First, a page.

• Michelle Korsmo, President and CEO of the National Restaurant Association warned: “For restaurant operators, the FAST Act threatens businesses already contending with a 16% increase in wholesale food prices and ongoing supply chain challenges. … The FAST Act isn’t going to achieve its objective of providing a better environment for the workforce, it’s going to force the outcomes our communities don’t want to see.”

‘The Business of Feeling Good’

Alternative proteins continue to fascinate, confuse and stir debate throughout the supply chain and across all segments.

  • Comedian/actor Kevin Hart opened Hart House, a plant-based restaurant in Los Angeles. “Our business is in the business of feeling good. That’s what Kevin Hart is about,” he told Food Manufacturing.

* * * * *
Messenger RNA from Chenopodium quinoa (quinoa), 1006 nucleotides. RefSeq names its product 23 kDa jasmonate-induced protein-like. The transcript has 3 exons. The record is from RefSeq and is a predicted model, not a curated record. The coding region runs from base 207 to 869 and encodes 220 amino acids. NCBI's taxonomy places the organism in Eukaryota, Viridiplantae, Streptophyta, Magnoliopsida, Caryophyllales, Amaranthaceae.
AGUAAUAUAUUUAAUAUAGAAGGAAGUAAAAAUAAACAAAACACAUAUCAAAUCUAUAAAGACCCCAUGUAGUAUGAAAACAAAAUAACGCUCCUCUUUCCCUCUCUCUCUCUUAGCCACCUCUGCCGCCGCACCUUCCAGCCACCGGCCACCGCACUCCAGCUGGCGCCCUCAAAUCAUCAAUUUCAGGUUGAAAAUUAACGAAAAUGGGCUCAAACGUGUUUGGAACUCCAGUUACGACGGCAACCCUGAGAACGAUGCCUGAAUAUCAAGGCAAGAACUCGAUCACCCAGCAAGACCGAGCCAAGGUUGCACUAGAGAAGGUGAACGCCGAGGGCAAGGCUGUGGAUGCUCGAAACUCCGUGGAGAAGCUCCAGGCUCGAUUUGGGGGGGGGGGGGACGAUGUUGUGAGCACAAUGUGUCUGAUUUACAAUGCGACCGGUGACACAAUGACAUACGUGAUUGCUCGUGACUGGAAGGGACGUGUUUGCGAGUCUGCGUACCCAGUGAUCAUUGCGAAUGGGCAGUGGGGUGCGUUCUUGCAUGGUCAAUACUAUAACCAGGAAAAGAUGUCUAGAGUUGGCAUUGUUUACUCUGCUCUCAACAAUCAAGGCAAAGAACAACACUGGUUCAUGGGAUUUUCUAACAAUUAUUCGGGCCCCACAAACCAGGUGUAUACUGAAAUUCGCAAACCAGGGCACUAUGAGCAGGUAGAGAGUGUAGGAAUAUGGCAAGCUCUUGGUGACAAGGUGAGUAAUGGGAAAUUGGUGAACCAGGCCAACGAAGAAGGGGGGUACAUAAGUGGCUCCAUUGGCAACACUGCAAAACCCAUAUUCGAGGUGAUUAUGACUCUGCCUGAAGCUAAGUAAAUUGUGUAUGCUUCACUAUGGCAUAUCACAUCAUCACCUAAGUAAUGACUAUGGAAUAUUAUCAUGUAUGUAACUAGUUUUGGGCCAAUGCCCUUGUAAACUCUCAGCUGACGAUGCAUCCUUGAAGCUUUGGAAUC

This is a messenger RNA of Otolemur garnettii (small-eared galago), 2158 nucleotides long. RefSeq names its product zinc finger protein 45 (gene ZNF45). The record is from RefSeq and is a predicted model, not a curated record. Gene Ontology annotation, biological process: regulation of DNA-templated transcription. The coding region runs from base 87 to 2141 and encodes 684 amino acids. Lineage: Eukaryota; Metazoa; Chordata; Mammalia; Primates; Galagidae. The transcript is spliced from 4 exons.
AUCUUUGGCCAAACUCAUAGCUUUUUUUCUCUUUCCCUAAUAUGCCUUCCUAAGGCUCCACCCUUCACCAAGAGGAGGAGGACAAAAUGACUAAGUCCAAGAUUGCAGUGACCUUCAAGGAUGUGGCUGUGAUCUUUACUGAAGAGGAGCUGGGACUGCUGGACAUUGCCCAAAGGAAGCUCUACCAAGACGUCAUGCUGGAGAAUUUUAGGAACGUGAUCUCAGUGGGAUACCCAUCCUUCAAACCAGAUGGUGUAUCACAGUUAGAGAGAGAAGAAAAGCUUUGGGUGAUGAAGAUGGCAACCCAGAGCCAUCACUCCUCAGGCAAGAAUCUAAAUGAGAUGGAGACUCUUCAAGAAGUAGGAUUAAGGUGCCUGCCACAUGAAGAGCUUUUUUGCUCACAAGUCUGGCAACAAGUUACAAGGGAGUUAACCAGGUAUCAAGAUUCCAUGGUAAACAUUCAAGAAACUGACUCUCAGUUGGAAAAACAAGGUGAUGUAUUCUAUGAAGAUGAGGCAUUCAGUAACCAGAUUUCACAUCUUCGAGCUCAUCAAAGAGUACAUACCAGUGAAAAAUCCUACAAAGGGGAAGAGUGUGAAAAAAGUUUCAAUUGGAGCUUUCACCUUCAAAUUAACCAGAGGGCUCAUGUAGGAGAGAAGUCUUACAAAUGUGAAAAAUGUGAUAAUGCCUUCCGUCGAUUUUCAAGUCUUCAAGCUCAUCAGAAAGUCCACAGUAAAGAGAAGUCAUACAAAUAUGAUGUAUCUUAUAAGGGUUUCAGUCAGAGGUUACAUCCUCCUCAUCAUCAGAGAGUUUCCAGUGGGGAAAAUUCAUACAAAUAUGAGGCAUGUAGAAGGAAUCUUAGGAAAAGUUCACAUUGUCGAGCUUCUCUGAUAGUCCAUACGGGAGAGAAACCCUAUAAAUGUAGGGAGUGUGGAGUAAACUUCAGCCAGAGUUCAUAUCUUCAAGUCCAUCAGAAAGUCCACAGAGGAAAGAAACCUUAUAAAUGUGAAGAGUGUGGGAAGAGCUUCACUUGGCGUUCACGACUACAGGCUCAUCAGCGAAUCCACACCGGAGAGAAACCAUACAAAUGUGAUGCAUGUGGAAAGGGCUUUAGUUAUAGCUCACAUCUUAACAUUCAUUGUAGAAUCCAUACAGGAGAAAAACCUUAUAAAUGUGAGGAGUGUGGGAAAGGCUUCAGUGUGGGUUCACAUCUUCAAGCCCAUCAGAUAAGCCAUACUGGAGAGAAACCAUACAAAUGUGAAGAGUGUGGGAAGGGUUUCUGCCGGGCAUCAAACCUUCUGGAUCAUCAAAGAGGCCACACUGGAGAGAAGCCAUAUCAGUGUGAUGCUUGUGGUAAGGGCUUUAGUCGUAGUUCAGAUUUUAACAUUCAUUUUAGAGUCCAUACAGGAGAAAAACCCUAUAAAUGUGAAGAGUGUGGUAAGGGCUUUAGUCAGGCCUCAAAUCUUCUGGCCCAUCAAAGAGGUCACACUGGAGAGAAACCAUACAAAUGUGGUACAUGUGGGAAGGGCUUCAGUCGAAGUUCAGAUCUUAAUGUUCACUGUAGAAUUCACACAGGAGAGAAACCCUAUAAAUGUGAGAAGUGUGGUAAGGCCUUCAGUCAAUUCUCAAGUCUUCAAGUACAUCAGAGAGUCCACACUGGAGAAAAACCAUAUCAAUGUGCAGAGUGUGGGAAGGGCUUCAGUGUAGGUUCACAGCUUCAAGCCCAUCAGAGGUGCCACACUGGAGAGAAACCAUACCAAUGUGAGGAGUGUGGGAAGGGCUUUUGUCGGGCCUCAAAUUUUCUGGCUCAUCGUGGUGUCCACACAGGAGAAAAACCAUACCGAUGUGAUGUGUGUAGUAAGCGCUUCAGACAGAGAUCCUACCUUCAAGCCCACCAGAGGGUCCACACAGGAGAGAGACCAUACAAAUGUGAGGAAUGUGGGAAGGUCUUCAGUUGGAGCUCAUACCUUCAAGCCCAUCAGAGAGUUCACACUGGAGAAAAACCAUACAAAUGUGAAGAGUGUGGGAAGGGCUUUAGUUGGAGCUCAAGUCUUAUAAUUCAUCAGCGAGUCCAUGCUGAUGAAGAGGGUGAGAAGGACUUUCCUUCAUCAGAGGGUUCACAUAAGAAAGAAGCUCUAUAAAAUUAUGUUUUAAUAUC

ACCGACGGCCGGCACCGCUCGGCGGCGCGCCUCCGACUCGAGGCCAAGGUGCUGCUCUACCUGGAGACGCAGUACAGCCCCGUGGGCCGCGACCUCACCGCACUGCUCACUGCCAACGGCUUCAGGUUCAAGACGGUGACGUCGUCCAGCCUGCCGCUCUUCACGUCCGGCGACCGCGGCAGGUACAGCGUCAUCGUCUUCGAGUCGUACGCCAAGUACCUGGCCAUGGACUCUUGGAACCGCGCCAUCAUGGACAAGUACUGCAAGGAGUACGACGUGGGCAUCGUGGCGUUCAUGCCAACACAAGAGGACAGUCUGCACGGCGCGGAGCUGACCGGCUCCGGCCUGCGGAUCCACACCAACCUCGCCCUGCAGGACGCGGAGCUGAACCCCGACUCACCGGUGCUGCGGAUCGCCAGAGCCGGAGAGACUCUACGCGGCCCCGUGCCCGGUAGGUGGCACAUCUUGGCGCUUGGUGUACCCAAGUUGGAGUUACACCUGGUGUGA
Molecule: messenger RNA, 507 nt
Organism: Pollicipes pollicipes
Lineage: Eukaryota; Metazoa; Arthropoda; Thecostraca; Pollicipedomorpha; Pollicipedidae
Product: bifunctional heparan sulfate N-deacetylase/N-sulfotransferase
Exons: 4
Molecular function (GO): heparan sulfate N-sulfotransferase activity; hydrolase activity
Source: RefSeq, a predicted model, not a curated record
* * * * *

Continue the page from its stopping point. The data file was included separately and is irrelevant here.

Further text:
• Staten Island Live reported that New York City schools will go meatless on Mondays and Fridays, with Mondays being vegetarian and Fridays being vegan.
  • Clay Detlefsen from the National Milk Producers Federation defended traditional dairy products in an interview with National Association of Farm Broadcasters: “You cannot make a real dairy product with fermentation technology.”
  • Triple Pundit’s Leon Kaye outlined the bumpy road alternative proteins faced in the recent past and looked at the race to build a “fake steak.”
  • Food Dive covered Thai Union (Chicken of the Sea) and the Ish Food Company’s efforts to explore new horizons in alternative seafood production.
  • Meatingplace’s Lisa Keefe explored the big-company ownership of many alternative proteins: “I couldn’t resist pointing out that the mysterious ‘Brazilian company’ is, in fact, JBS S.A. Surprise!”

Hey, What’s Good This Week?